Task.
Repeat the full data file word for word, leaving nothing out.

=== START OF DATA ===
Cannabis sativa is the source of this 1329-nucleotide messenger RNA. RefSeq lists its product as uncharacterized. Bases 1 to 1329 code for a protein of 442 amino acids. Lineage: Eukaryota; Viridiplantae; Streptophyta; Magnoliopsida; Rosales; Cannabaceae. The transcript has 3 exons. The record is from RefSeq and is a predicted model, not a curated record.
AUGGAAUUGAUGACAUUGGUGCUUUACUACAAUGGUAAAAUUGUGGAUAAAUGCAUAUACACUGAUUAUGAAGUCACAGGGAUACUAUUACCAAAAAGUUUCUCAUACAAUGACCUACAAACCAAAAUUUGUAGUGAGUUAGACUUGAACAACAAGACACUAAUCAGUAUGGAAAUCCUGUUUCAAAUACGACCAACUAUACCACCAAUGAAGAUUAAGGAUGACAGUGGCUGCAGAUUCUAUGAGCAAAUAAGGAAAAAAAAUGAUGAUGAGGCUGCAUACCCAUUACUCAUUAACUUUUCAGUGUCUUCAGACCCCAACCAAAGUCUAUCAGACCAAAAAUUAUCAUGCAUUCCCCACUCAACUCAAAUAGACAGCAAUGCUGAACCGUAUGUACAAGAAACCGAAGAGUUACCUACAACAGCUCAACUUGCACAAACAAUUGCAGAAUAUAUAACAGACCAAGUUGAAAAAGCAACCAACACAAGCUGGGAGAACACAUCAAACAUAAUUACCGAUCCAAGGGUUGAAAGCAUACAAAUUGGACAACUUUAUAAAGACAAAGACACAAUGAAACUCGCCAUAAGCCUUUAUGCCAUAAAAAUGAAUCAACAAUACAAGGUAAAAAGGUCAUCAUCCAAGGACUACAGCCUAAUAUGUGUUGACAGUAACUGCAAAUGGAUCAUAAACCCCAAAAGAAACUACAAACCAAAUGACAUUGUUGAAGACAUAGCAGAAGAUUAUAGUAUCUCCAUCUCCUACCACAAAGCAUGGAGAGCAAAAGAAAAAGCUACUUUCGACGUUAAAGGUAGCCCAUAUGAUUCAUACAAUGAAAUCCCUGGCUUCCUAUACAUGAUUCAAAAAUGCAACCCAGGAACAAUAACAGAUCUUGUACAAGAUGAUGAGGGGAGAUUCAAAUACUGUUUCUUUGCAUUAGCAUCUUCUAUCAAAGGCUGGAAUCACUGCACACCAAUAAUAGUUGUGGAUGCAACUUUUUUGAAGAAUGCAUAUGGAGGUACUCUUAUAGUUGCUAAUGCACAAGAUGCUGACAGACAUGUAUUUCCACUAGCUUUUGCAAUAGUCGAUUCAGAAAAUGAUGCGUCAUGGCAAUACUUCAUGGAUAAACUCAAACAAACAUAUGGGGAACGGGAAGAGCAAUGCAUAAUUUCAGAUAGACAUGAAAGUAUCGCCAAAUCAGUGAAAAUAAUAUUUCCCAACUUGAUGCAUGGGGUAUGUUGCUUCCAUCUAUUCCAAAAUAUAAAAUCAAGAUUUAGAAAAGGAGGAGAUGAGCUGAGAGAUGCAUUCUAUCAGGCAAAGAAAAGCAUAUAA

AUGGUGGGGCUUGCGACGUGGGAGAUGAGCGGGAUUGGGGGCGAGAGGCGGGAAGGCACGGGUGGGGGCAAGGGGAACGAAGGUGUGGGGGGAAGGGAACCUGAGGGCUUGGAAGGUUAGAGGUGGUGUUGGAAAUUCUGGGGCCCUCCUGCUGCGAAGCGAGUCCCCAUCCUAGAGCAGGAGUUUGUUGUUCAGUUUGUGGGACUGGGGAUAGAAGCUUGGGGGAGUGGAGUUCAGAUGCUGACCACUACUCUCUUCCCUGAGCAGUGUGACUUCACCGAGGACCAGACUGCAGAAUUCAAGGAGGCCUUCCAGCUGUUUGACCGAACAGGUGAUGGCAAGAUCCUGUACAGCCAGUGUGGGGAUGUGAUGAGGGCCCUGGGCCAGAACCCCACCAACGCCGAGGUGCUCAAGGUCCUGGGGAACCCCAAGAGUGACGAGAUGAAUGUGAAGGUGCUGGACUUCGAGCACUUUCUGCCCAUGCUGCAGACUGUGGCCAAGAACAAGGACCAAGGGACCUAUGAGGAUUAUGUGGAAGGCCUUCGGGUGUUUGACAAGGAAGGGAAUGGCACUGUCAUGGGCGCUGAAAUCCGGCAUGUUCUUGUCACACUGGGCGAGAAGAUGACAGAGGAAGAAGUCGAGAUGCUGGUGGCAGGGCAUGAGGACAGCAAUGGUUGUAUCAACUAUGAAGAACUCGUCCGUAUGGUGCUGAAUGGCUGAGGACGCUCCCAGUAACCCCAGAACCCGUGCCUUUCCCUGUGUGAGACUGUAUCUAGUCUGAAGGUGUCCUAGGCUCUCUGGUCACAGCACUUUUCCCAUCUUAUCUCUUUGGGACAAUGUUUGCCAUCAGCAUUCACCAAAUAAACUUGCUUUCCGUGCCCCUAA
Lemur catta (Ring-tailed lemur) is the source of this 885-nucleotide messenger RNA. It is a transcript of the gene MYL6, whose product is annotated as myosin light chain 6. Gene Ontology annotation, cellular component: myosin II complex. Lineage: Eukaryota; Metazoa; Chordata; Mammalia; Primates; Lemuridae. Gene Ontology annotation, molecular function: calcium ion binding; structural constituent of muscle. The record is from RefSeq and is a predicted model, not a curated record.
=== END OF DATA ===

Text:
Cannabis sativa is the source of this 1329-nucleotide messenger RNA. RefSeq lists its product as uncharacterized. Bases 1 to 1329 code for a protein of 442 amino acids. Lineage: Eukaryota; Viridiplantae; Streptophyta; Magnoliopsida; Rosales; Cannabaceae. The transcript has 3 exons. The record is from RefSeq and is a predicted model, not a curated record.
AUGGAAUUGAUGACAUUGGUGCUUUACUACAAUGGUAAAAUUGUGGAUAAAUGCAUAUACACUGAUUAUGAAGUCACAGGGAUACUAUUACCAAAAAGUUUCUCAUACAAUGACCUACAAACCAAAAUUUGUAGUGAGUUAGACUUGAACAACAAGACACUAAUCAGUAUGGAAAUCCUGUUUCAAAUACGACCAACUAUACCACCAAUGAAGAUUAAGGAUGACAGUGGCUGCAGAUUCUAUGAGCAAAUAAGGAAAAAAAAUGAUGAUGAGGCUGCAUACCCAUUACUCAUUAACUUUUCAGUGUCUUCAGACCCCAACCAAAGUCUAUCAGACCAAAAAUUAUCAUGCAUUCCCCACUCAACUCAAAUAGACAGCAAUGCUGAACCGUAUGUACAAGAAACCGAAGAGUUACCUACAACAGCUCAACUUGCACAAACAAUUGCAGAAUAUAUAACAGACCAAGUUGAAAAAGCAACCAACACAAGCUGGGAGAACACAUCAAACAUAAUUACCGAUCCAAGGGUUGAAAGCAUACAAAUUGGACAACUUUAUAAAGACAAAGACACAAUGAAACUCGCCAUAAGCCUUUAUGCCAUAAAAAUGAAUCAACAAUACAAGGUAAAAAGGUCAUCAUCCAAGGACUACAGCCUAAUAUGUGUUGACAGUAACUGCAAAUGGAUCAUAAACCCCAAAAGAAACUACAAACCAAAUGACAUUGUUGAAGACAUAGCAGAAGAUUAUAGUAUCUCCAUCUCCUACCACAAAGCAUGGAGAGCAAAAGAAAAAGCUACUUUCGACGUUAAAGGUAGCCCAUAUGAUUCAUACAAUGAAAUCCCUGGCUUCCUAUACAUGAUUCAAAAAUGCAACCCAGGAACAAUAACAGAUCUUGUACAAGAUGAUGAGGGGAGAUUCAAAUACUGUUUCUUUGCAUUAGCAUCUUCUAUCAAAGGCUGGAAUCACUGCACACCAAUAAUAGUUGUGGAUGCAACUUUUUUGAAGAAUGCAUAUGGAGGUACUCUUAUAGUUGCUAAUGCACAAGAUGCUGACAGACAUGUAUUUCCACUAGCUUUUGCAAUAGUCGAUUCAGAAAAUGAUGCGUCAUGGCAAUACUUCAUGGAUAAACUCAAACAAACAUAUGGGGAACGGGAAGAGCAAUGCAUAAUUUCAGAUAGACAUGAAAGUAUCGCCAAAUCAGUGAAAAUAAUAUUUCCCAACUUGAUGCAUGGGGUAUGUUGCUUCCAUCUAUUCCAAAAUAUAAAAUCAAGAUUUAGAAAAGGAGGAGAUGAGCUGAGAGAUGCAUUCUAUCAGGCAAAGAAAAGCAUAUAA

AUGGUGGGGCUUGCGACGUGGGAGAUGAGCGGGAUUGGGGGCGAGAGGCGGGAAGGCACGGGUGGGGGCAAGGGGAACGAAGGUGUGGGGGGAAGGGAACCUGAGGGCUUGGAAGGUUAGAGGUGGUGUUGGAAAUUCUGGGGCCCUCCUGCUGCGAAGCGAGUCCCCAUCCUAGAGCAGGAGUUUGUUGUUCAGUUUGUGGGACUGGGGAUAGAAGCUUGGGGGAGUGGAGUUCAGAUGCUGACCACUACUCUCUUCCCUGAGCAGUGUGACUUCACCGAGGACCAGACUGCAGAAUUCAAGGAGGCCUUCCAGCUGUUUGACCGAACAGGUGAUGGCAAGAUCCUGUACAGCCAGUGUGGGGAUGUGAUGAGGGCCCUGGGCCAGAACCCCACCAACGCCGAGGUGCUCAAGGUCCUGGGGAACCCCAAGAGUGACGAGAUGAAUGUGAAGGUGCUGGACUUCGAGCACUUUCUGCCCAUGCUGCAGACUGUGGCCAAGAACAAGGACCAAGGGACCUAUGAGGAUUAUGUGGAAGGCCUUCGGGUGUUUGACAAGGAAGGGAAUGGCACUGUCAUGGGCGCUGAAAUCCGGCAUGUUCUUGUCACACUGGGCGAGAAGAUGACAGAGGAAGAAGUCGAGAUGCUGGUGGCAGGGCAUGAGGACAGCAAUGGUUGUAUCAACUAUGAAGAACUCGUCCGUAUGGUGCUGAAUGGCUGAGGACGCUCCCAGUAACCCCAGAACCCGUGCCUUUCCCUGUGUGAGACUGUAUCUAGUCUGAAGGUGUCCUAGGCUCUCUGGUCACAGCACUUUUCCCAUCUUAUCUCUUUGGGACAAUGUUUGCCAUCAGCAUUCACCAAAUAAACUUGCUUUCCGUGCCCCUAA
Lemur catta (Ring-tailed lemur) is the source of this 885-nucleotide messenger RNA. It is a transcript of the gene MYL6, whose product is annotated as myosin light chain 6. Gene Ontology annotation, cellular component: myosin II complex. Lineage: Eukaryota; Metazoa; Chordata; Mammalia; Primates; Lemuridae. Gene Ontology annotation, molecular function: calcium ion binding; structural constituent of muscle. The record is from RefSeq and is a predicted model, not a curated record.